‘GMA’s Robin Roberts Recalls Having Just a ‘Year or Two to Live’

by Shine My Crown Staff
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“Good Morning America” news anchor Robin Roberts is opening up about her recent health battle.

Roberts, 60, was previously diagnosed with myelodysplastic syndrome — a rare blood disorder — and needed a bone marrow transplant surgery to survive. Luckily, Roberts’s sister was a candidate.

Roberts also underwent 10 days of chemotherapy.

She opened up to Rachael Ray about her life-threatening experience.

“My doctor told me I had a year or two to live if I didn’t have a successful transplant,” she told Ray. “My other siblings were not a match. My doctors had already told me there was not anybody on the list that matched me. It came down to my sister Sally-Ann.”

“When they came back — and they had to do repeated tests to get to the certain level — and they said, ‘Yes, she’s a match.’ And I cannot tell you, you just exhale, and you’re like, ‘I got a chance,'” Roberts continued.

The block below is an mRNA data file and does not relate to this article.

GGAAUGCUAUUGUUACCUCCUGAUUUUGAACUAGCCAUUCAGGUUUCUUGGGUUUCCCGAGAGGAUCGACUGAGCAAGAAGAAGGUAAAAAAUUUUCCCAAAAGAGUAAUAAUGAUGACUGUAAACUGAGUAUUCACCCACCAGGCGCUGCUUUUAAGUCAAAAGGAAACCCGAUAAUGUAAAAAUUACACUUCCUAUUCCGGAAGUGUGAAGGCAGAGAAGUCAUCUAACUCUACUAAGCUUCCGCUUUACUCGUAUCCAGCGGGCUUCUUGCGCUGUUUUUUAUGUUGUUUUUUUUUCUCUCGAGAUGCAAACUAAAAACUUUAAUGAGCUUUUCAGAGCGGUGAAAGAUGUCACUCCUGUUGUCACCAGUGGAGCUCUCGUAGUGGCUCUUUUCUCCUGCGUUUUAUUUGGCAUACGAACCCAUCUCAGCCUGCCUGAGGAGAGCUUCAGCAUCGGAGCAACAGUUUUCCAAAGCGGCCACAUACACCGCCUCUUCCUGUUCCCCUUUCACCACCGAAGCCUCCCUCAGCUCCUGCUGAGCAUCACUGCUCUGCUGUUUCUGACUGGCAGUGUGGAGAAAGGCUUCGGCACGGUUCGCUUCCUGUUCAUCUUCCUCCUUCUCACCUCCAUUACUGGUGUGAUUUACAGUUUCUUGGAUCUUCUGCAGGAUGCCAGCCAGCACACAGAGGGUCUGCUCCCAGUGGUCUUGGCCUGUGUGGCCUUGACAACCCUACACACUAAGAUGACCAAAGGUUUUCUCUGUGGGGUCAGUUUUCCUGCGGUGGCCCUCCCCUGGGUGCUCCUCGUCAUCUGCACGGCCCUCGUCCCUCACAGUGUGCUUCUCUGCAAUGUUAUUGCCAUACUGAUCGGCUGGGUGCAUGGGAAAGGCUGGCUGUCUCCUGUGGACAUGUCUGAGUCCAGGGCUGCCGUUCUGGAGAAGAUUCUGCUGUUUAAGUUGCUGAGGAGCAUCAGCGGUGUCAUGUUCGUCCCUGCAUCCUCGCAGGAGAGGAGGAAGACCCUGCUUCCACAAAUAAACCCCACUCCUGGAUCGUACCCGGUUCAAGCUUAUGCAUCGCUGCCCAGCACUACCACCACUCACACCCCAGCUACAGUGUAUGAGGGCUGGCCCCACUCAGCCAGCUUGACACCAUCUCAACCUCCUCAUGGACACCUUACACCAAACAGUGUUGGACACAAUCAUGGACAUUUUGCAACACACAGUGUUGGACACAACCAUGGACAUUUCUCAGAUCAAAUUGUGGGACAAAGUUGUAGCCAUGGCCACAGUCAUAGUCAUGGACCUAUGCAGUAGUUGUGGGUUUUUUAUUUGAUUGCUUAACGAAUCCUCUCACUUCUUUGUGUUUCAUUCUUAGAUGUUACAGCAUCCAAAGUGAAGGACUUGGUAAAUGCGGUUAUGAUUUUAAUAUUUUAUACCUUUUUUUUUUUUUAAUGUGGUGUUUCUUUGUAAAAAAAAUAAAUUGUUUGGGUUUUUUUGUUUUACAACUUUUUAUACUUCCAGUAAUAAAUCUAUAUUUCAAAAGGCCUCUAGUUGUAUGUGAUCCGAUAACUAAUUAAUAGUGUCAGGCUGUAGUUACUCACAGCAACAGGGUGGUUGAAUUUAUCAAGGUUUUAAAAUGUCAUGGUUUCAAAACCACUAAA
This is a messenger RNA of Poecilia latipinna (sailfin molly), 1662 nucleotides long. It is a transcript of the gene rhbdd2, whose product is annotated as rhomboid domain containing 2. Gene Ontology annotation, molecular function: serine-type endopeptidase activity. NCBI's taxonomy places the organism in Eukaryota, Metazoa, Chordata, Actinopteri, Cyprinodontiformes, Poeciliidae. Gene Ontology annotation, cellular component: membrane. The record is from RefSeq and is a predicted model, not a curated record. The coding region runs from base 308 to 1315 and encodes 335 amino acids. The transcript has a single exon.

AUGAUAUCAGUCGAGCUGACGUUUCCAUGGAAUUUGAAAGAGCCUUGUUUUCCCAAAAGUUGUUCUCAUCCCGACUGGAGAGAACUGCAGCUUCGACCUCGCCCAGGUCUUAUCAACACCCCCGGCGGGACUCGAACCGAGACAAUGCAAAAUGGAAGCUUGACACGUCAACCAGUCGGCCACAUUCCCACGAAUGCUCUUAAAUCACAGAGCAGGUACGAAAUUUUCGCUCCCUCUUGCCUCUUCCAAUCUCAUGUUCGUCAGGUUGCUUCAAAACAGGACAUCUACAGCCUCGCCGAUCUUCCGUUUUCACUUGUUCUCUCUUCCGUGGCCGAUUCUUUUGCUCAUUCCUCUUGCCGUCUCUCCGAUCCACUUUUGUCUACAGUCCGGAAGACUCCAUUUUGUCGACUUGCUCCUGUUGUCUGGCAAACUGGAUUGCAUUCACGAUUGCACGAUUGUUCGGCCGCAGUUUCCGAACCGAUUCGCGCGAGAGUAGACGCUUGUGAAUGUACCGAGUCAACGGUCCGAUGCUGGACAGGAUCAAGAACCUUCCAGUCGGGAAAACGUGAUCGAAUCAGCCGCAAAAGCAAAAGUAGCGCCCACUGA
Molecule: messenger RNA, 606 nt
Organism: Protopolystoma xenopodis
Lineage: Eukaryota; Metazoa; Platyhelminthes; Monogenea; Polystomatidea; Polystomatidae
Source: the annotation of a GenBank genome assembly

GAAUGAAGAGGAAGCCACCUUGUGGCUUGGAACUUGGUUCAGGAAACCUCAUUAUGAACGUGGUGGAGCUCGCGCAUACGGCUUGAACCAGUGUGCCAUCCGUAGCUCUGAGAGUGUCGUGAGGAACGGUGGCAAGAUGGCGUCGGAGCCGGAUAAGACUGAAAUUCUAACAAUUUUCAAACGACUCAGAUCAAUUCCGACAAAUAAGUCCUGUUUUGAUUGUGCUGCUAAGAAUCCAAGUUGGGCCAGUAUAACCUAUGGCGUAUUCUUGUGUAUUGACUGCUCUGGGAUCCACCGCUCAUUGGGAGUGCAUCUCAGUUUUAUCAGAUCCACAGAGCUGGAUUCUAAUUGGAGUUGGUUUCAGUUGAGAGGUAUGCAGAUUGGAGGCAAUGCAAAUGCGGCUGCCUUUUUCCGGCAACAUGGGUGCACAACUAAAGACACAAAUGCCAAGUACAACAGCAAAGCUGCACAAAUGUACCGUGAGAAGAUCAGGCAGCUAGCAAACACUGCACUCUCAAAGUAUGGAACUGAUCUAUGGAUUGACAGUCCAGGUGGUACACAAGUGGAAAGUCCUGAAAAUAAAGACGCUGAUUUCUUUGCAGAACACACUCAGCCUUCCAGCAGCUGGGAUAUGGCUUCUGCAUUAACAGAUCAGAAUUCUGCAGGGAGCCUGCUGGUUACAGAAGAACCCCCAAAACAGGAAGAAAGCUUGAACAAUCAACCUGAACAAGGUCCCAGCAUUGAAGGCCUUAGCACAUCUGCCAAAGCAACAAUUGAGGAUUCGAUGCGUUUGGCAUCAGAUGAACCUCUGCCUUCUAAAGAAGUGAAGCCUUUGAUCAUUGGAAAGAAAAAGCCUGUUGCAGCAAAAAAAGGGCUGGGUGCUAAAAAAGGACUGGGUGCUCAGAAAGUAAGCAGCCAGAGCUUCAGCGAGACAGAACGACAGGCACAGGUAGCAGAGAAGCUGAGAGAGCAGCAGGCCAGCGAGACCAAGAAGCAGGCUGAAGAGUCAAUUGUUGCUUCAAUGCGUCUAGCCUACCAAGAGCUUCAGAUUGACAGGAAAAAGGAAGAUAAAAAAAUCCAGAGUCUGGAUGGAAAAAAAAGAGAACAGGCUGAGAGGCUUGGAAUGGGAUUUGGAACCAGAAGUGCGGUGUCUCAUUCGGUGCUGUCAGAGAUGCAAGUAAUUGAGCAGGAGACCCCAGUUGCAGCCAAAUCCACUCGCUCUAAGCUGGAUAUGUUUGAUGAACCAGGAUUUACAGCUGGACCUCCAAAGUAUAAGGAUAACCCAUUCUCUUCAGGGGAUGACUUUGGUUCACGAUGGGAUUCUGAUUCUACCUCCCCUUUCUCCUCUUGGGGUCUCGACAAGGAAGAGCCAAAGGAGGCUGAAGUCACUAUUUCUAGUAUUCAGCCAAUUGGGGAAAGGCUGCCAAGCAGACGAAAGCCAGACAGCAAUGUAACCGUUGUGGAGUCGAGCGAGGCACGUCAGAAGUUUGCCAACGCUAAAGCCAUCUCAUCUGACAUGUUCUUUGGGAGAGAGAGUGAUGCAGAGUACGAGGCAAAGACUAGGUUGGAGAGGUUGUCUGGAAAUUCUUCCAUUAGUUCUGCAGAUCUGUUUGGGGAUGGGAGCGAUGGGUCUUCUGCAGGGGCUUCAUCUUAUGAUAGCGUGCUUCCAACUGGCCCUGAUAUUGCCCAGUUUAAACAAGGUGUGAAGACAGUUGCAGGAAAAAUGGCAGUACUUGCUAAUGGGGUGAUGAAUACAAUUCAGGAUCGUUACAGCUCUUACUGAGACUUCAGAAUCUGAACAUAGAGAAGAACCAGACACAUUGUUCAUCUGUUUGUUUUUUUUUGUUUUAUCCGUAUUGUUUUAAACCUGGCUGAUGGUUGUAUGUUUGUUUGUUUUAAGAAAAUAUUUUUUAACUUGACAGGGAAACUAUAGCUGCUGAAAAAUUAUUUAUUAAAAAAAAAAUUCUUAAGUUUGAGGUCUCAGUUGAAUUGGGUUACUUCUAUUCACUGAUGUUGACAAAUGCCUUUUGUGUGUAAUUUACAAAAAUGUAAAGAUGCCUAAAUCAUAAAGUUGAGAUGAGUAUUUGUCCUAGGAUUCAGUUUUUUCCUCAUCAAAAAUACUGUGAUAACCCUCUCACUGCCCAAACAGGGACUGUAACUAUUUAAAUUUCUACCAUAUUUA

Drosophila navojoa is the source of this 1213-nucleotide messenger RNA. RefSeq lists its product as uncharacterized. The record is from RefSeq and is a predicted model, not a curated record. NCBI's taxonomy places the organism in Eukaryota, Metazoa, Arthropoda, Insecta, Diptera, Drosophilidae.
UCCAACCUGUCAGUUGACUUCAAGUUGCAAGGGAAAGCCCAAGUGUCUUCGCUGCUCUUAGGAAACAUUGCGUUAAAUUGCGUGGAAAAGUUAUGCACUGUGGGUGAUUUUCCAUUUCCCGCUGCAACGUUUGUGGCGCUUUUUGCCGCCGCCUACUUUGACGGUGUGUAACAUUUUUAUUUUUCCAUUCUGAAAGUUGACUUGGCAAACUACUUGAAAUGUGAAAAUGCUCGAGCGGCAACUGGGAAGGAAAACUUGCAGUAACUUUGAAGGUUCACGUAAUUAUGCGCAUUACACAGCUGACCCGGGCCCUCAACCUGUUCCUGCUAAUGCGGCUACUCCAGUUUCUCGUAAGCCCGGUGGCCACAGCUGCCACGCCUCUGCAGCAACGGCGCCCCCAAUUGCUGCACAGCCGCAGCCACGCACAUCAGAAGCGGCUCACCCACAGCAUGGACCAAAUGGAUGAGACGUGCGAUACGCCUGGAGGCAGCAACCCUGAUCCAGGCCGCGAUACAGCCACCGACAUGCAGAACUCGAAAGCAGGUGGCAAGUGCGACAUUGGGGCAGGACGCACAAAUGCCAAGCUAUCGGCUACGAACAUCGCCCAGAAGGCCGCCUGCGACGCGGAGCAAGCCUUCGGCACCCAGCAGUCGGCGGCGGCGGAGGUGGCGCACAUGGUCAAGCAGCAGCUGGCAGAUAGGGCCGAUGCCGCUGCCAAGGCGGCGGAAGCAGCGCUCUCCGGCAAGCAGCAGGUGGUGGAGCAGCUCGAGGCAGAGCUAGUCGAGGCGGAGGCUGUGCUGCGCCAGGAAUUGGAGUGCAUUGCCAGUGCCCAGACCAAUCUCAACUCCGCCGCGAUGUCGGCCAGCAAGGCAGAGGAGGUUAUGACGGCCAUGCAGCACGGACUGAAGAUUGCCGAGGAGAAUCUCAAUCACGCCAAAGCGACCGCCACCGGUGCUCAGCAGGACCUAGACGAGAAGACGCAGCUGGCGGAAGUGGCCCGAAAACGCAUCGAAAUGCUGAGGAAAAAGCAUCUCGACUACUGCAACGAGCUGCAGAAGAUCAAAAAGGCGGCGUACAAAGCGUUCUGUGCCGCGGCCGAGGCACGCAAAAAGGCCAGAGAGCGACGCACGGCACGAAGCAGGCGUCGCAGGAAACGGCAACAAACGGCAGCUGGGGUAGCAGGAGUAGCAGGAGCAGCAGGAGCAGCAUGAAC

The news anchor says she called her sister to make sure she wanted to go through with the procedure. It was an emotional call.

“I remember calling my sister because then I had to say to her, ‘You are a match. Do you want to go through with this’ because sometimes, people will put themselves on the list and say they want to be a donor, and then it gets to that point and they have second thoughts.”

“And my sister said, ‘Not only is this something I want to do, I feel I was born to be [your donor].'”

Roberts took to Instagram this week to celebrate an important milestone.

“Quiet dinner at home w/ sweet Amber & @lil_man_lukas to mark 9 years since my bone marrow transplant,” Robin captioned the post. “Everybody’s got something and I’m hopeful to be a reminder that this too shall pass. 🙏🏾❤️#lightlovepowerpresence”

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